Later in the year Guthrie had few strong supporters as leak after leak damaged her. Things reached fever pitch in early December after many of Catalyst’s experienced reporting staff were let go and Radio National underwent a major revamp. When Guthrie started, almost no one (apart from us really) had much negative to say about her. Just over half a year later, her reign is being compared to the tumultuous one of Jonathan Shier. By her own staff. On the record.
Least Transparent Media Organisation
This one is jointly held by all the outlets that pulled some or all of their titles out of the Audit Bureau of Circulation figures this year, putting a stop to all those pesky headlines about how many fewer people are paying for their content compared to a year ago. The publishers say readership is the more important metric for advertisers, but luckily for them, it’s also the less robust one — prone to imprecision, unclear methodology and counter-intuitive results. But hey, at least the figures keep going up. And that’s always a good thing right? Good work Bauer Media and News Corp, which both recently pulled their magazines out of the figures. You’re joint winners in our book. And we’re not too happy with Fairfax either, which pulled its digital subscription numbers out earlier this year.
Who says tweeting vile abuse using an anonymous Twitter account spells the end of one’s media career? Mere months after Mark Latham was roundly criticised both for his “egg” account and the things more obviously under his own byline (abuse of then-Australian of the Year Rosie Batty and fellow commentator Lisa Pryor, one of whose crimes was to talk of domestic violence while the other sinned by admitting to her mental health struggles), Latham found a new home. Not at Fairfax, after local staff revolted against plans to hire him as a columnist, but at Sky News. Paired often with fellow anti-PC-wackos like Ross Cameron and Rowan Dean, Latham has managed to be lively and entertaining, which is all Sky News could hope for. Luckily for Sky News, Latham appears to have been triggered by fewer things this year — he hasn’t caused an outrage in months. Though maybe that’s because not enough of the Twitterati watch Sky News late at night …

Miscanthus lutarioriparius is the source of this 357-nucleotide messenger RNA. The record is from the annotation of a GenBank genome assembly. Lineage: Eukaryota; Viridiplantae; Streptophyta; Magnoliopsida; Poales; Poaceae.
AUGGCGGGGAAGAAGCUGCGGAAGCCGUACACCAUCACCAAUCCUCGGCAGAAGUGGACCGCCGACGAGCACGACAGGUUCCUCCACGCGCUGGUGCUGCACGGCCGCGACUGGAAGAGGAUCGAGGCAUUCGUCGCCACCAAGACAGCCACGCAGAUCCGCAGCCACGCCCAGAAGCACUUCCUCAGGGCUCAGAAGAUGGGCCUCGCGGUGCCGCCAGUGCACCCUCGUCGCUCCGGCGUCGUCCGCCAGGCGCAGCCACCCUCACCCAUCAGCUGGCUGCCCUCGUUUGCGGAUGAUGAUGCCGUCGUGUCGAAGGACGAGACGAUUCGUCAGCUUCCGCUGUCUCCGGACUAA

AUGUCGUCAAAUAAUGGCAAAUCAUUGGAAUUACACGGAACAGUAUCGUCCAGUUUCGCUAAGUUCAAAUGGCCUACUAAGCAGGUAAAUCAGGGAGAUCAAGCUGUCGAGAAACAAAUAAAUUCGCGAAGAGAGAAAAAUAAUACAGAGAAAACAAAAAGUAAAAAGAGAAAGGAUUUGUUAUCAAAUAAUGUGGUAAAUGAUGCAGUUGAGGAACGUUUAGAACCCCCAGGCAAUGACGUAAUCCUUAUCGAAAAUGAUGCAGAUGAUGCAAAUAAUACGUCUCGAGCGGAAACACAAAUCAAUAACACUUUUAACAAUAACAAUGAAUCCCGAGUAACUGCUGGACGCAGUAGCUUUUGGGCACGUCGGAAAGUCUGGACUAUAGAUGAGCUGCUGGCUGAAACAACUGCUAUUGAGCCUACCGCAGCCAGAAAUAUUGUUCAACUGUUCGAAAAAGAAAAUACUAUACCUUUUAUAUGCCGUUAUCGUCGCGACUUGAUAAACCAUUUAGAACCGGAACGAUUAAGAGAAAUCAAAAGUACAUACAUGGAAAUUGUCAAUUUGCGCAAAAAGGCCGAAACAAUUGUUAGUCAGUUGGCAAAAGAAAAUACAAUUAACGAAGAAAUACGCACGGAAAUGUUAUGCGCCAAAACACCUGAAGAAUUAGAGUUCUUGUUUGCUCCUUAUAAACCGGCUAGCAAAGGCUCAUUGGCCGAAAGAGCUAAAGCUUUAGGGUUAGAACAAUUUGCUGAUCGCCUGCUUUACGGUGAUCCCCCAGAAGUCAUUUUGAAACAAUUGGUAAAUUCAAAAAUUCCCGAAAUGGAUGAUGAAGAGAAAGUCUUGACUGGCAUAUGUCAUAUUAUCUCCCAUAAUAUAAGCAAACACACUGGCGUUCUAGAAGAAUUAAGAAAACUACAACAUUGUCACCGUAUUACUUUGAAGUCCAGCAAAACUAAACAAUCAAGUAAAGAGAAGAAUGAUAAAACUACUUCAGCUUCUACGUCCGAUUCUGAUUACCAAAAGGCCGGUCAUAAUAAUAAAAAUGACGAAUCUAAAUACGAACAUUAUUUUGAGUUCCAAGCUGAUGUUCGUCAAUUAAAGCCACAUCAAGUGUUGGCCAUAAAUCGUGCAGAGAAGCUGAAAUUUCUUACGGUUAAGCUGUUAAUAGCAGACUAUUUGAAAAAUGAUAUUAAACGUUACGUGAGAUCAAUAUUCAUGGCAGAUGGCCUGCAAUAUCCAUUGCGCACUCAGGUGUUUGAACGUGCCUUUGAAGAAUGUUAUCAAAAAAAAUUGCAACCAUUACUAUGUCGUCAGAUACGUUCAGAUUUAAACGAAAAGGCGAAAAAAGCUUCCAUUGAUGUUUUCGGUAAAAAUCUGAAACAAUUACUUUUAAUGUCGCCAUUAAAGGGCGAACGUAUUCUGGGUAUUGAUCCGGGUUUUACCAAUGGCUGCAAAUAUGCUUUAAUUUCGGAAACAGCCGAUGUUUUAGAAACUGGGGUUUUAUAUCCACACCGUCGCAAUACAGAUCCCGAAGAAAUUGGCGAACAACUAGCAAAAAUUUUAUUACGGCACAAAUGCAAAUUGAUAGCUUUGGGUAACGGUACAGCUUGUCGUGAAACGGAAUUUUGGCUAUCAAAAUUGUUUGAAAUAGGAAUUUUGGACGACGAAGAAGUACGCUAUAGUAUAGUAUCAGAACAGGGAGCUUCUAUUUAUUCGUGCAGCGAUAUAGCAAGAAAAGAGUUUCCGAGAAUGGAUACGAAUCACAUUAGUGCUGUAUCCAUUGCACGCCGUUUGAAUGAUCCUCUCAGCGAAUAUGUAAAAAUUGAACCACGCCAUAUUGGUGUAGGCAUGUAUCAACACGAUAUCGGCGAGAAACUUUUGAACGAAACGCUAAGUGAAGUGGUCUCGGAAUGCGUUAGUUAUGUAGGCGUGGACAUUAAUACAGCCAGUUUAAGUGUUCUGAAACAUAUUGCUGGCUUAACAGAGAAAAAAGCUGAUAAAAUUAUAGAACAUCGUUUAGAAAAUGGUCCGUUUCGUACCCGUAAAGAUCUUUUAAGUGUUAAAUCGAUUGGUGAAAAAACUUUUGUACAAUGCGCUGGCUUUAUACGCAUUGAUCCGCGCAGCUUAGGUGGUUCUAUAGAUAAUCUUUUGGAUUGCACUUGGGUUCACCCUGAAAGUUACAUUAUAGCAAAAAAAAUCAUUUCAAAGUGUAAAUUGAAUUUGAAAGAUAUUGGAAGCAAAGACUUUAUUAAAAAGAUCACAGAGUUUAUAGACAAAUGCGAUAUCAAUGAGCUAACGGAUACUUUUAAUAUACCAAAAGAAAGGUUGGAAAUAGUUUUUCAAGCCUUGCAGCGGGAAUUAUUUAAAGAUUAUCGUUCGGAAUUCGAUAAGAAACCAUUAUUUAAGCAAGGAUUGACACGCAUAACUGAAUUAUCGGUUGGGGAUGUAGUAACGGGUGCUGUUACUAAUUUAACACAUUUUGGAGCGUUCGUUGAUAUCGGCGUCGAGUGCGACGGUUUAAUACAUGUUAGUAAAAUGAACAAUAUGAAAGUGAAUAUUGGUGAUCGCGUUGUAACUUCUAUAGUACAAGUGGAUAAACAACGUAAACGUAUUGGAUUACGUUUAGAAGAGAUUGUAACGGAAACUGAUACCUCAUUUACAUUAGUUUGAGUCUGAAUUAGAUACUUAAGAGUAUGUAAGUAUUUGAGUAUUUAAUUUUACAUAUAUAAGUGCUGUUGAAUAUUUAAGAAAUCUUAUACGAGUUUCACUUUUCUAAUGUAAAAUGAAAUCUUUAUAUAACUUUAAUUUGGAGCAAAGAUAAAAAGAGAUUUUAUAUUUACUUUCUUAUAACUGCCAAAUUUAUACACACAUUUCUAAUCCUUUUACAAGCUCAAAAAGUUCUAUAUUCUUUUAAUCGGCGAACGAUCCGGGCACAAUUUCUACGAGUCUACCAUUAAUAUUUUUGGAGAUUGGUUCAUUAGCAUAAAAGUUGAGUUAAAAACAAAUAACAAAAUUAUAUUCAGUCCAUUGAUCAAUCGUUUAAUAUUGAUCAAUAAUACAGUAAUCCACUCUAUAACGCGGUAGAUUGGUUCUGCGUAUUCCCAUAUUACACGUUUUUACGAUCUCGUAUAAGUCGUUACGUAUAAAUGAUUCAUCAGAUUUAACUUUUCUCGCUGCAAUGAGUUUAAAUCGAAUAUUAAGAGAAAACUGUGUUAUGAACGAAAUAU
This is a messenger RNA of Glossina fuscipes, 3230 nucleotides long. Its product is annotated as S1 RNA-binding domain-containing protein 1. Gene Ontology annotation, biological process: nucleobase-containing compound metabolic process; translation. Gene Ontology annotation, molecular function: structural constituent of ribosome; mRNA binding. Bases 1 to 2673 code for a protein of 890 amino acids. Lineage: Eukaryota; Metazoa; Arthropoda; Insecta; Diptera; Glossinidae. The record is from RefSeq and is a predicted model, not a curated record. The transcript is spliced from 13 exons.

As Eddie Obeid spent his first night in jail, there was one woman everyone wanted to hear from, and that was Kate McClymont.
She’s been the most dogged journalist in a multi-year crusade to bring down the corrupt former NSW minister. In June, he was found guilty of misconduct in public office over a series of secret dealings at Circular Quay. By December he had been jailed for a minimum of three years.
It took guts, hard work and legal fees to go after Obeid. He famously sued The Sydney Morning Herald, McClymont and fellow investigative journalist Anne Davies over a 2002 article that claimed he’d sought bribes on behalf of the Labor Party. That meant that for every subsequent legal threat, he could argue malice — that Fairfax was out to get him after losing once. Despite this, the company’s journalists persisted. In 2012, another article by McClymont and Linton Besser queried his lobbying over cafe leases in Circular Quay — cafes owned, in part, by his family. That kicked off an ICAC investigation, and December’s verdict.
In June, Crikey spoke to McClymont, who admitted her “quiet moment of joy” at the verdict. She paid tribute to ICAC, without which she said the full story would never have come out. And she expressed her concern at how a shrinking media had left fewer and fewer small newspapers able to do this type of investigation.
“I know a lot of the smaller suburban papers — where there is abundant corruption amongst councillors — don’t feel like they have the financial resources to take people on if they are sued,” she said. “So it’s falling more and more on the major news organisations to pick up the slack in covering a whole range of corruption.”
But by year’s end, it was all smiles, as Obeid finally got his comeuppance.